Telecommunications Equipment — Advances in Technology Continue to Transform the Industry

Executive summary

Robert F. Weir, P. E., Hartford Steam Boiler

Telecommunications equipment technology continues to rapidly expand. Telecom equipment has evolved from a simple device that conveyed voice over modest distances (telephony) to complex media that transfer voice and data worldwide. Telecom now uses analog and digital technology, and fiber-optical conductors.

The Right Connections

The essence of a telephone network is its ability to switch connections. Originally, telephone connections were actual electrical circuits, switched at the local telephone office by human operators who used a switchboard of patch cables and plugs. That same function survives, but a computer system using solid-state electronics serves as the physical switch as well as providing the switching logic once supplied by the operator.

Why Networks Are Reliable

Another aspect of the network is the successive concentration of connections from the individual telephone sets toward the center of the network. In a “ring network,” all the signal switching points are arranged in a ring formed by interconnected trunks. Redundant connections within the network provide separate routes to make the connection from one telephone to another. It is this interconnecting system that makes telephone communication so resistant to interruption caused by local events, and even disasters such as the World Trade Center attack.

The Future of Telecom

Although the majority of telephone sets are still connected to copper wire (analog), the network handling the calls uses digital computers, a variety of multiplexers, solid-state and analog switches and satellite, radio and microwave links. Recently, telephone connection using the same broadband cable that provides television and Internet service has become a reality. This development may indicate that broadband cable may be the telephone connection of the future. On the other hand, Digital Subscriber Line (DSL) technology is giving new life to existing copper wired circuits.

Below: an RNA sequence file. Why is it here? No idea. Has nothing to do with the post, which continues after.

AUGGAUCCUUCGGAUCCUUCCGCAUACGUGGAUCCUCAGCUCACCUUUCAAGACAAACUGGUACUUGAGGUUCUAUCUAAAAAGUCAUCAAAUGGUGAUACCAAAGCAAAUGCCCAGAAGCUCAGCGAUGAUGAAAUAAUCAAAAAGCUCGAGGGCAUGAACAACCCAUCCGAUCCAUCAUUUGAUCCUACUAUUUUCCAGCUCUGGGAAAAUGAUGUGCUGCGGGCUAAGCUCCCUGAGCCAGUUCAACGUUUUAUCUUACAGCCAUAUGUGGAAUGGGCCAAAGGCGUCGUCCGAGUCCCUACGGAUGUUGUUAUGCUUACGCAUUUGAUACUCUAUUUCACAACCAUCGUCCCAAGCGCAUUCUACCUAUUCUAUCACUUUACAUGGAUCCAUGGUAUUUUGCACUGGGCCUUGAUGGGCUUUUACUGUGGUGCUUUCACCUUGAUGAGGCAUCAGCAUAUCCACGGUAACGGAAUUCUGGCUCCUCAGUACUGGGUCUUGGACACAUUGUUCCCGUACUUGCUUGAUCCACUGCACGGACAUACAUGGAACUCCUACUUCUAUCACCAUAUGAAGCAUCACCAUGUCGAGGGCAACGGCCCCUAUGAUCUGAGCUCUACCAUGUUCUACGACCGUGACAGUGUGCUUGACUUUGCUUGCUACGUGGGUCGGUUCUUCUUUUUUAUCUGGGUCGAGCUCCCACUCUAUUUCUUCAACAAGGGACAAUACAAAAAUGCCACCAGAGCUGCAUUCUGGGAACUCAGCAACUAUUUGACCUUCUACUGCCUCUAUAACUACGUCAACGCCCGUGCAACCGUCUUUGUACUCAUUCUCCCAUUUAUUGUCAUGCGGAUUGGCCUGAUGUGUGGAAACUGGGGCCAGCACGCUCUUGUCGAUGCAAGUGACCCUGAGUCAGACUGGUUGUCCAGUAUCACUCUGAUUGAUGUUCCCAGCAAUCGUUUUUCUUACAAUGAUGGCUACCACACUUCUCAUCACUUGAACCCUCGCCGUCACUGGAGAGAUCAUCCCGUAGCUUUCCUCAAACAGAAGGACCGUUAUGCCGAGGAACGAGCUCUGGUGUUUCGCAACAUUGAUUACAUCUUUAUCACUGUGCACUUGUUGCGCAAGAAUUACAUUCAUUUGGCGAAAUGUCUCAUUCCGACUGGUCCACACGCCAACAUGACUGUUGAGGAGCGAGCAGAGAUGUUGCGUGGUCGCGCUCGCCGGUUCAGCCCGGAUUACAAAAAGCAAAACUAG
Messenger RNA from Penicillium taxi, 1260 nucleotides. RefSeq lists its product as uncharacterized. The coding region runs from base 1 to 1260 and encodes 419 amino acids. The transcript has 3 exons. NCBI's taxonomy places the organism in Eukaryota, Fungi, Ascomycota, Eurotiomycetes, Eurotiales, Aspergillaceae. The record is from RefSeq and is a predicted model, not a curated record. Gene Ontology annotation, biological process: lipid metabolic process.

For More Information

Although it is complex, telecommunications equipment has a strong record of reliability. But telecom equipment is still vulnerable to damage that can sometimes be costly to repair and disrupt operations. Below features the full-text version of this article, which discusses telecom technology in more depth. An accompanying article (“Heat and Power Problems are the Greatest Risks To Telecom Equipment”) addresses the specific equipment, the factors that can lead to a breakdown, and strategies to prevent a loss.

About the Author

Robert Weir joined Hartford Steam Boiler in 1993 and was appointed Director in 1995. He has an extensive background in the design and construction of power generation and industrial equipment and systems. A graduate of the U.S. Naval Academy, he holds a Master’s Degree in mechanical engineering from Worcester Polytechnic Institute and is a graduate of Suffolk University Law School . He is a member of the American Society of Mechanical Engineers (ASME), a permanent committee member of the National Fire Protection Association (NFPA 37), and is admitted to Massachusetts and federal courts, including the U.S. Supreme Court. 

The full article

Telecommunications Equipment — Advances in Technology Continue to Transform the Industry

Introduction

Despite the global economic downturn in the telecommunications industry, telecommunications equipment technology continues to rapidly expand. There are equipment breakdown risks associated with switching and transmission equipment that compose a telecom network. This article examines the technologies of modern telecommunications. An accompanying article (“Heat and Power Problems are the Greatest Risks To Telecom Equipment”) discusses telecommunications equipment and the factors that can lead to a breakdown.

Telecommunications is Complex

Telecommunications equipment has evolved from a simple device that conveyed voice over modest distances (telephony) to complex media that transfer voice and data worldwide. Telecom now uses analog and digital technology, and fiber-optical conductors.

The development of cellular telephones illustrates the complexity of telecommunications today. A small radio transceiver — a cell phone — is continuously tracked by a system of cell towers. When we place a call to the office, the transceiver contacts the nearest cell on one of hundreds of available frequencies. Using full duplex transmission (both parties can speak and hear simultaneously), it connects our call through the cellular switching network to the local telephone network in the vicinity of the office. The call is ultimately connected to the line and telephone that corresponds to the number that was dialed.

These events occur in about five seconds. The availability of this service is so robust that we become annoyed when we encounter perfectly understandable limitations imposed by terrain or cell-tower density.

Figure 1: 

LOTELCO1 

Figure 1 shows only the portion of the cellular telephone system that connects the cell antenna to the public switched telephone system. A more complex network makes the connection to the dialed telephone number.

The Technologies of Telecommunications